Calibrate Your Leadership Style to “Collaborate”

Self-assessment and feedback are important factors in leading the team efforts that produce improved student outcomes.

Topics: Assistant Principals, Principal Leadership

Today’s elementary educators agree that collaboration is crucial to ensuring student success. Or—as a comprehensive review of research released in February by The Wallace Foundation says—collaboration is “a key element of a productive school climate.”

Defining collaboration as practices universal to all interpersonal activity in schools, “How Principals Affect Students and Schools” says collaboration “involves working toward a common goal with shared resources, responsibilities, and accountability.”

It hasn’t always been the norm, however. In the past, top-down management and laissez-faire lesson plans were common. And collaboration isn’t necessarily an instructional leader’s natural default setting (See “What’s Your Leadership Style?” in the March/April 2021 Principal).

“We used to live in silos,” says Alice Shull, a longtime educator and NAESP-certified mentor. “Every teacher did their own thing, and each school in a system was its own entity. There really is no room for that in schools anymore. If you can’t collaborate, you’re in the wrong profession.”

Facilitating Teamwork

While the report focuses on principals’ responsibility to facilitate collaboration with professional learning communities (PLCs), teams, and other structures, the linchpin of any effort is typically the AP charged with providing hands-on instructional leadership and support.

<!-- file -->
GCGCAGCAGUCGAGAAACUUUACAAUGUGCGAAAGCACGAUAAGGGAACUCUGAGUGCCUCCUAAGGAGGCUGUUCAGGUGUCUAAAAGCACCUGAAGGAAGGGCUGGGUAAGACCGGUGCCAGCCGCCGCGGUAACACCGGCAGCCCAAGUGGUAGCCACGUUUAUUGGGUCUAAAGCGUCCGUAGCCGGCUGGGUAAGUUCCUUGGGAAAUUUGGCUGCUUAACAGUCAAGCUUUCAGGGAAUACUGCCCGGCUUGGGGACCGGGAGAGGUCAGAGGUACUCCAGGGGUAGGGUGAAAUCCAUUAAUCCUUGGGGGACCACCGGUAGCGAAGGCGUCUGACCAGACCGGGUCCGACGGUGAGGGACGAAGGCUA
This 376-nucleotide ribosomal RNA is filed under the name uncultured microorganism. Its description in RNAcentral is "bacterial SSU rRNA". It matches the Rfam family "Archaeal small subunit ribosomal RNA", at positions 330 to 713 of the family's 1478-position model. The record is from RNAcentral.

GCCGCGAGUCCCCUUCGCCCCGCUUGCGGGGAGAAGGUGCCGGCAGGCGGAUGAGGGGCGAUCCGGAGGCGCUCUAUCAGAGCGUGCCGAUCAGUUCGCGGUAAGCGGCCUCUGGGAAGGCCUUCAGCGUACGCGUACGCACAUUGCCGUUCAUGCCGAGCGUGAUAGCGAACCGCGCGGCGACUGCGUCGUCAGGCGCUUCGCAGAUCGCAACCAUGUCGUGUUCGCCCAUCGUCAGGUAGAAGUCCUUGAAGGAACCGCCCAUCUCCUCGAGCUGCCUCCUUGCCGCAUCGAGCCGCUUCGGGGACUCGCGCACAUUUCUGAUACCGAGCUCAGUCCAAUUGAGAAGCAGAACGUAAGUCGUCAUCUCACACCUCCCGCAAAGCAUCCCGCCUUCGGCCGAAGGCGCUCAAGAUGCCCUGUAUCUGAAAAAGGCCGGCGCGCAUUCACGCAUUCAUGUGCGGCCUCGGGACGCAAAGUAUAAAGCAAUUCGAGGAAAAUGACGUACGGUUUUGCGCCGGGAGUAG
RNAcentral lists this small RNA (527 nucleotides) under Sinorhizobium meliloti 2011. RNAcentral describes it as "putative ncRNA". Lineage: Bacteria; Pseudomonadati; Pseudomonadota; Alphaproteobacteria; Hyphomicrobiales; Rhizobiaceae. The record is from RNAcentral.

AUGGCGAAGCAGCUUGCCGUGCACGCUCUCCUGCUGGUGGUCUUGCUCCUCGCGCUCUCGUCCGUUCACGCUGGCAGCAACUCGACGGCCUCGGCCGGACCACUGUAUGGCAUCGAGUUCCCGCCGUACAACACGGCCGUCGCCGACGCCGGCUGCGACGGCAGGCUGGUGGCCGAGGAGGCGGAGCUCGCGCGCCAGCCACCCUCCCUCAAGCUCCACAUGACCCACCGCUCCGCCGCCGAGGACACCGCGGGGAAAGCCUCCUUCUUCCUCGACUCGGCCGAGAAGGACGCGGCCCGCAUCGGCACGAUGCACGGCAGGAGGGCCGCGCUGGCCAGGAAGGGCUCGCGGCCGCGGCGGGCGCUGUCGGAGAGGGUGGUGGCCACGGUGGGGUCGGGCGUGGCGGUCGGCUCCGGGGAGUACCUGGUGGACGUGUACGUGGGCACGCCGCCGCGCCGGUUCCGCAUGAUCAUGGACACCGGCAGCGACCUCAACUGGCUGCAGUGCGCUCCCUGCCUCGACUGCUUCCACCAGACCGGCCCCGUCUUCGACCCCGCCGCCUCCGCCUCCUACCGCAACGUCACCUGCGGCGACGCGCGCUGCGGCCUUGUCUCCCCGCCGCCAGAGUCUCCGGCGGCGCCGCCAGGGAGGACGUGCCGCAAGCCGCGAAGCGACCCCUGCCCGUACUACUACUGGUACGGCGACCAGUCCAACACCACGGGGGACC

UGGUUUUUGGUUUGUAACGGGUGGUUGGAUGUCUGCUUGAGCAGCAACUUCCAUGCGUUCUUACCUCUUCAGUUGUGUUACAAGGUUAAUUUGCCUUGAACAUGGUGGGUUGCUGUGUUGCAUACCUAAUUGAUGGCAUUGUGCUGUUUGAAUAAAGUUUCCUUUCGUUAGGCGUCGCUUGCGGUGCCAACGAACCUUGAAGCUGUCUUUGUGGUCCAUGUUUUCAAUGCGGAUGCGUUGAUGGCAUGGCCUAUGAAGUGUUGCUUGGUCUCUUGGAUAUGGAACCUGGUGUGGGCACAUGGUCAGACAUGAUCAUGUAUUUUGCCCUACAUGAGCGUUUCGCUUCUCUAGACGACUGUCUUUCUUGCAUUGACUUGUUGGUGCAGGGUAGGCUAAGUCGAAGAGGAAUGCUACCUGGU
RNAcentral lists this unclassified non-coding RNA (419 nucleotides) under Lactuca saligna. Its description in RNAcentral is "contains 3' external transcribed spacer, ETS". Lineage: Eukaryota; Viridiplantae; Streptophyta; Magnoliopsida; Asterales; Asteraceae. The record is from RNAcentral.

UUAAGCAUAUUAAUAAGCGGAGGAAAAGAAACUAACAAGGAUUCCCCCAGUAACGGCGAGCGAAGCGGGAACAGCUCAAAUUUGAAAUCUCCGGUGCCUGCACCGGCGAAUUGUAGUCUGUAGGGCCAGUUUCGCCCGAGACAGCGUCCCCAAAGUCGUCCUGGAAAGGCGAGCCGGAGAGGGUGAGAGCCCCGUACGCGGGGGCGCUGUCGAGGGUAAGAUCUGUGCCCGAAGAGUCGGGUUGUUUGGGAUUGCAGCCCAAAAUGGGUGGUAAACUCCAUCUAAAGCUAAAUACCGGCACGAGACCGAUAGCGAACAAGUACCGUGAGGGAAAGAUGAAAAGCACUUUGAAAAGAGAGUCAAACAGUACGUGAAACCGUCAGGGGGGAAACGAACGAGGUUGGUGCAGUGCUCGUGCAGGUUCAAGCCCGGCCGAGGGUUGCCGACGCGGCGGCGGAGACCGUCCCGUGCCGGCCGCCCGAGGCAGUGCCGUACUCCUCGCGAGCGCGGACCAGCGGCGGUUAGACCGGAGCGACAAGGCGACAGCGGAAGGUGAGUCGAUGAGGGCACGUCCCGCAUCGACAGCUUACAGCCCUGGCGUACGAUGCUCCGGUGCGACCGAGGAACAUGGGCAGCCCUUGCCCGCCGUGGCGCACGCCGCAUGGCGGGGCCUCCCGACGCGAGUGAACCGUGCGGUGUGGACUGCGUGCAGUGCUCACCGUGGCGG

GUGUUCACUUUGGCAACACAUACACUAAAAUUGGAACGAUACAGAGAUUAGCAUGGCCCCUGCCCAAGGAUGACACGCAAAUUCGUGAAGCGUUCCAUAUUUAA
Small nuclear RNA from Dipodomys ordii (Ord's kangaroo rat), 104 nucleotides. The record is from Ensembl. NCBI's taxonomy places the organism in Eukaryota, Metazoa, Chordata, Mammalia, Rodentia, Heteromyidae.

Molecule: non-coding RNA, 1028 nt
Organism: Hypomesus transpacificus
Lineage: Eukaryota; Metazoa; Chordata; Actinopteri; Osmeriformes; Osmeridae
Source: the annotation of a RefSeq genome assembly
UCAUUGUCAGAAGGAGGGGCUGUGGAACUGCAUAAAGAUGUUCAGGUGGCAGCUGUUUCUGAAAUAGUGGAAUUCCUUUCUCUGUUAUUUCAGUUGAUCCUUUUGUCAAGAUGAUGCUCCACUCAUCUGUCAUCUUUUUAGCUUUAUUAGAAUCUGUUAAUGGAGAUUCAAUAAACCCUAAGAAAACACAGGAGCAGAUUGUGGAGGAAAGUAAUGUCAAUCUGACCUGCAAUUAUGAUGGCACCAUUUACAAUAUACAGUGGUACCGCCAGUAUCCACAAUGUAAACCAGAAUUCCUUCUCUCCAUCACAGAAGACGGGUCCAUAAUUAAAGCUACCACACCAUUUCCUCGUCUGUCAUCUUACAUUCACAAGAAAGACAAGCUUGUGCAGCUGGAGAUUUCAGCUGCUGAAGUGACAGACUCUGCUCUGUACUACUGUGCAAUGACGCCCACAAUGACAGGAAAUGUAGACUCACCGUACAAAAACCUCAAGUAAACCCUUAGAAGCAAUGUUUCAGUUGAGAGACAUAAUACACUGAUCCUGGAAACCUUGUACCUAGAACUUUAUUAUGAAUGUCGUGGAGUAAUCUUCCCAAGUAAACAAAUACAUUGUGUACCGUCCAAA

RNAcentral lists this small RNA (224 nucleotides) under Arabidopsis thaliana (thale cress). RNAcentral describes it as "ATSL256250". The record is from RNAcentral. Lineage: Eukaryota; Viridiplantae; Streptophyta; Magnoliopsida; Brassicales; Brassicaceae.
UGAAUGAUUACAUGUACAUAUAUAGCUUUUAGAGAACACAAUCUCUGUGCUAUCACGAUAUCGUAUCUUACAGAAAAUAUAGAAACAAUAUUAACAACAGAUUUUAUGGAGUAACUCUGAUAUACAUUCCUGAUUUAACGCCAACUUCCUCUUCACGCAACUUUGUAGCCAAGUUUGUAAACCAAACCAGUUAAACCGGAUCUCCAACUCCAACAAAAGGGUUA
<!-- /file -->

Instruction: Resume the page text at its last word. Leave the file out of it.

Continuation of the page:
“The AP is in a pivotal role,” Shull says. “They may be managing teacher teams, IEPs, PLCs, and other projects. But in all of these cases, the necessity for collaboration is critical. If we put together strong, collaborative teams, we come out with a better work product.”

APs who want to ensure that they are working toward school goals effectively may have to do some soul-searching—and some self-assessment—to determine if their style is collaborative enough to improve student outcomes, and where their own strengths and weaknesses might lie.

Multiple assessments are available. The widely used Leadership Compass, for example, goes beyond the authoritarian/collaborative dichotomy to define four “compass points” of leadership attributes and how they might affect work style. ASCD also offers a variety of tests.

Such assessments ask you to rate yourself on statements such as:

  • Delegating work to others comes easily to me.
  • I’m proactive in offering constructive criticism.
  • I integrate others’ input in determining which direction to take.

You might also opt to engage in self-reflection, using questions such as:

  • Do members of the teams I facilitate share confidence and trust in one another?
  • Do our school’s grade-level teams enthusiastically support each other?
  • Does my team handle conflicts and differences of in opinion effectively?

Asking for Feedback

Once you’ve figured out the prominent elements of your style and where improvements might be made, consider asking a mentor, coach, principal, or team for their input. Open-ended questions like the following can turn collaboration into a conversation:

  • What were your expectations and how well did we meet them?
  • What should I/we do differently the next time we take on a project like this?
  • What were the issues that made this less successful than it could have been?

Such back-and-forth may inspire members of your teams to assess their own strengths and weaknesses. Remember, effective collaboration doesn’t mean that everyone is equally skilled at everything—only that every participant lends their best talents in service to the greater good.

“If you don’t have some of these attributes, you can work with others who have those strengths,” Shull says. You can have a leadership team with complementary skills—teams that have all different strengths. Let’s bring the best we have to the table to work together.”